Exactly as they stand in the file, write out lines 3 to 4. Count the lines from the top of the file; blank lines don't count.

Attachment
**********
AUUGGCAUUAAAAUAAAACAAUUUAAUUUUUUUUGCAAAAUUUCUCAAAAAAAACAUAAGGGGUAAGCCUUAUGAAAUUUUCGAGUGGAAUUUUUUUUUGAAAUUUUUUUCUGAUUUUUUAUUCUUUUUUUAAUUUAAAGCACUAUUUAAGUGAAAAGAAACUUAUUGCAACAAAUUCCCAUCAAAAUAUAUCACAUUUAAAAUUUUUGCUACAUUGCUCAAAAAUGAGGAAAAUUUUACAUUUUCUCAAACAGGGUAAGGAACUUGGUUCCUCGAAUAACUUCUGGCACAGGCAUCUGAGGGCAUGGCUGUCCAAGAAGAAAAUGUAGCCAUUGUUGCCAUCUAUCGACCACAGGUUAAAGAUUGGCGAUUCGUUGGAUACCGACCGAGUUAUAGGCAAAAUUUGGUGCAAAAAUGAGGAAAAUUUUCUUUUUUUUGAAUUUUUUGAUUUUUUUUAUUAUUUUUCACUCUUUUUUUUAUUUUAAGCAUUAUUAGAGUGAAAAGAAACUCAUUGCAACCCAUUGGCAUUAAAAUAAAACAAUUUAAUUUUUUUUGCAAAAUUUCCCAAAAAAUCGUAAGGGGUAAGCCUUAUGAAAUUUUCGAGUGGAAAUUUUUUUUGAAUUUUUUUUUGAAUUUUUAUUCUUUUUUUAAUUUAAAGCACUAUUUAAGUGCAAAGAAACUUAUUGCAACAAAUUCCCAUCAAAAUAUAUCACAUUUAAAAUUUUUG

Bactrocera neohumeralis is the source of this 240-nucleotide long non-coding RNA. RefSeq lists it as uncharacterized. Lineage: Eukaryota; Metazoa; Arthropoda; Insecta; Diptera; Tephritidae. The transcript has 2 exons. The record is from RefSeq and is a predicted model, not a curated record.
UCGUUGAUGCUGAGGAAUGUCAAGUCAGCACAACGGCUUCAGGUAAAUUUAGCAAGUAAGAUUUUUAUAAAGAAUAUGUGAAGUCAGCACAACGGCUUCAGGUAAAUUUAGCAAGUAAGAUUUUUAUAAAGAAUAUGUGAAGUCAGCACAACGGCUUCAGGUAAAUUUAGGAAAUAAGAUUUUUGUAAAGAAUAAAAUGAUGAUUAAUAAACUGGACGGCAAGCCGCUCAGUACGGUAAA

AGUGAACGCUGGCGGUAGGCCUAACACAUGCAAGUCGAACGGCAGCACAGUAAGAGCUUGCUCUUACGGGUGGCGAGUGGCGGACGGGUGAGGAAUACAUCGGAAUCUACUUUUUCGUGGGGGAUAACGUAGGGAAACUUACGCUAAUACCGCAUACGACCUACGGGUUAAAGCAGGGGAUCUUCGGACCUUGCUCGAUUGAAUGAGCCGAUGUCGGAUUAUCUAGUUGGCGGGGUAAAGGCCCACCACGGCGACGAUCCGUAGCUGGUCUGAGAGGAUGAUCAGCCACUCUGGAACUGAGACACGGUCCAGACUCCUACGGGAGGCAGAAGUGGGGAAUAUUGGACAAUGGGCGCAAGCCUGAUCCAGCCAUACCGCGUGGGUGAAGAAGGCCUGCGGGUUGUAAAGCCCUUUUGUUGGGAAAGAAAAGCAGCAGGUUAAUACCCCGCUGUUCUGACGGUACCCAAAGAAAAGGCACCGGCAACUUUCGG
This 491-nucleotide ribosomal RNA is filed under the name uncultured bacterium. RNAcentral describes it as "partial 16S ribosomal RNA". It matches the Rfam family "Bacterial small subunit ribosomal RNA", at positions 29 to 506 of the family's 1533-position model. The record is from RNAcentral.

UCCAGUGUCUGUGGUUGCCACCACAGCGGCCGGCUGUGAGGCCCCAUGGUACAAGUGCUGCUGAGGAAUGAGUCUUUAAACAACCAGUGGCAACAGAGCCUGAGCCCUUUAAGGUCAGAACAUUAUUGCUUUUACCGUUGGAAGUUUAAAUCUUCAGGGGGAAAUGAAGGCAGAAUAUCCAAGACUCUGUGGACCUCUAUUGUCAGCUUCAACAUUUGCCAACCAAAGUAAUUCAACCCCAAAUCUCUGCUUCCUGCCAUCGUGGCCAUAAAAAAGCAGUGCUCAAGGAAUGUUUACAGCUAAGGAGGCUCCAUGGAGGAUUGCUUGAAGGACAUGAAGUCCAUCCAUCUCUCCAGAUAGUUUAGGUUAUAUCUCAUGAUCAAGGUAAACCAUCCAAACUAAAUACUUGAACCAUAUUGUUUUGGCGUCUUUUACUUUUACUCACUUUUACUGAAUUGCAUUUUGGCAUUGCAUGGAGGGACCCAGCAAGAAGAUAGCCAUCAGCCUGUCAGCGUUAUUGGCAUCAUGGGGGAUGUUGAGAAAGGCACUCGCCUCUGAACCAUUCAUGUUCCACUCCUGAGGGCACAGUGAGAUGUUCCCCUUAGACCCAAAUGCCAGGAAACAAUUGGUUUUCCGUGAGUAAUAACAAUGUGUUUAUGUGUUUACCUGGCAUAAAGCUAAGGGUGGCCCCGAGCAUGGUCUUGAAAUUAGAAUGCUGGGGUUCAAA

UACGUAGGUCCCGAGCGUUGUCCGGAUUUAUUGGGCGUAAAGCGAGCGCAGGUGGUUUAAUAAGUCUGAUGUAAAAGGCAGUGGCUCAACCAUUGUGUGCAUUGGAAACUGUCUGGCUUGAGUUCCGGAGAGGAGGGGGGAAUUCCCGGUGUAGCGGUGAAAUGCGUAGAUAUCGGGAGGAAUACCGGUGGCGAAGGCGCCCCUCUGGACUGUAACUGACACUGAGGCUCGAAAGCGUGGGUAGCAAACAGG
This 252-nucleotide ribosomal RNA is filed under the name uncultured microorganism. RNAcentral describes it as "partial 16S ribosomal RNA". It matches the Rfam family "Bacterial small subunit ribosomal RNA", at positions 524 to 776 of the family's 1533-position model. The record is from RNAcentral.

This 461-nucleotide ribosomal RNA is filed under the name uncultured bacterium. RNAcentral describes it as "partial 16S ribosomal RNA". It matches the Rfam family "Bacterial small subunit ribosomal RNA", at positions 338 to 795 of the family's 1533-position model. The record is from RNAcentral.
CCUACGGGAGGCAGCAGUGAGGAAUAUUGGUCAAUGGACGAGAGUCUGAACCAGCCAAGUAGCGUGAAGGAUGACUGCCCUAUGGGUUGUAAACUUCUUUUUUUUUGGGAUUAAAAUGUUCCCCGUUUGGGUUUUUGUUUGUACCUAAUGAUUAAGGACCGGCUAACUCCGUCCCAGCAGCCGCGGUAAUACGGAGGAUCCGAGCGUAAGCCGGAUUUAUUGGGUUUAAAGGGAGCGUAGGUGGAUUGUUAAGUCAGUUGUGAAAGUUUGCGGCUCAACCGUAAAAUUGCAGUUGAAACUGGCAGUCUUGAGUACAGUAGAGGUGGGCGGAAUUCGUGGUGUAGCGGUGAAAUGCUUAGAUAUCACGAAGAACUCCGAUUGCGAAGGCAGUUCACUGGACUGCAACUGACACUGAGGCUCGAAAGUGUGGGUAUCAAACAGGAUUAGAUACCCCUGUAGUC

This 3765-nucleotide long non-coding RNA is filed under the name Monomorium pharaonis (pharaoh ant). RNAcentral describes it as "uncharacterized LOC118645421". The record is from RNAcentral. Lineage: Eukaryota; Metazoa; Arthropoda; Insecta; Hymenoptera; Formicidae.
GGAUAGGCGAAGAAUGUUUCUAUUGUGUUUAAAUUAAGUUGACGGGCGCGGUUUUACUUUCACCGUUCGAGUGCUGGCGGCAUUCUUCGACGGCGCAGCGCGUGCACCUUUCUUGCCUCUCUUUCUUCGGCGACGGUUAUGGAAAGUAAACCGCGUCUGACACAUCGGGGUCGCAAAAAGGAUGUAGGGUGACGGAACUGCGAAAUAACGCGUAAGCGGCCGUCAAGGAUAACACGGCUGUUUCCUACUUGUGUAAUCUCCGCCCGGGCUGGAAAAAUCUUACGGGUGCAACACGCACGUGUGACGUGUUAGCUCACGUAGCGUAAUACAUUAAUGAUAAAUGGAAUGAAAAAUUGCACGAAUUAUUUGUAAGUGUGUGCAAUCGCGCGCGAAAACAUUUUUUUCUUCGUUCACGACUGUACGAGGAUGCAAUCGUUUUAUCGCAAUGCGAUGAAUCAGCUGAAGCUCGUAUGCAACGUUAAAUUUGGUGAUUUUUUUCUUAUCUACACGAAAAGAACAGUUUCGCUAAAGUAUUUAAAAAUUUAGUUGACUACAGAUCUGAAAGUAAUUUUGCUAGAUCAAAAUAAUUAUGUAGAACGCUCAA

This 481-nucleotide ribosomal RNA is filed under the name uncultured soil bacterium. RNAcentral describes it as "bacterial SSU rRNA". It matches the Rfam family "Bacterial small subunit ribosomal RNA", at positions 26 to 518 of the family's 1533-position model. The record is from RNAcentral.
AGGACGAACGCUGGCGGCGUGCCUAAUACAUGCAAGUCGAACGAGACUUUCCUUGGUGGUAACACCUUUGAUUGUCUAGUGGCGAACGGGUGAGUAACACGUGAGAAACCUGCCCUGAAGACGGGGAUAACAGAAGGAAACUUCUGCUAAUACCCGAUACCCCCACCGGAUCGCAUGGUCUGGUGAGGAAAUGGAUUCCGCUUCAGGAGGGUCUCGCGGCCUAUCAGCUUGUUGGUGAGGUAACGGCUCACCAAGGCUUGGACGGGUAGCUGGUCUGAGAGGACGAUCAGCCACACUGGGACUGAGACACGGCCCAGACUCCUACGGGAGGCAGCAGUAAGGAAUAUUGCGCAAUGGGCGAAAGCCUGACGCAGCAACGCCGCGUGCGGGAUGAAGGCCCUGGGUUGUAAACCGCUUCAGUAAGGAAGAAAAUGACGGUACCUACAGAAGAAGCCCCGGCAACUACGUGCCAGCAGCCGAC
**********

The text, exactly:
UCGUUGAUGCUGAGGAAUGUCAAGUCAGCACAACGGCUUCAGGUAAAUUUAGCAAGUAAGAUUUUUAUAAAGAAUAUGUGAAGUCAGCACAACGGCUUCAGGUAAAUUUAGCAAGUAAGAUUUUUAUAAAGAAUAUGUGAAGUCAGCACAACGGCUUCAGGUAAAUUUAGGAAAUAAGAUUUUUGUAAAGAAUAAAAUGAUGAUUAAUAAACUGGACGGCAAGCCGCUCAGUACGGUAAA

AGUGAACGCUGGCGGUAGGCCUAACACAUGCAAGUCGAACGGCAGCACAGUAAGAGCUUGCUCUUACGGGUGGCGAGUGGCGGACGGGUGAGGAAUACAUCGGAAUCUACUUUUUCGUGGGGGAUAACGUAGGGAAACUUACGCUAAUACCGCAUACGACCUACGGGUUAAAGCAGGGGAUCUUCGGACCUUGCUCGAUUGAAUGAGCCGAUGUCGGAUUAUCUAGUUGGCGGGGUAAAGGCCCACCACGGCGACGAUCCGUAGCUGGUCUGAGAGGAUGAUCAGCCACUCUGGAACUGAGACACGGUCCAGACUCCUACGGGAGGCAGAAGUGGGGAAUAUUGGACAAUGGGCGCAAGCCUGAUCCAGCCAUACCGCGUGGGUGAAGAAGGCCUGCGGGUUGUAAAGCCCUUUUGUUGGGAAAGAAAAGCAGCAGGUUAAUACCCCGCUGUUCUGACGGUACCCAAAGAAAAGGCACCGGCAACUUUCGG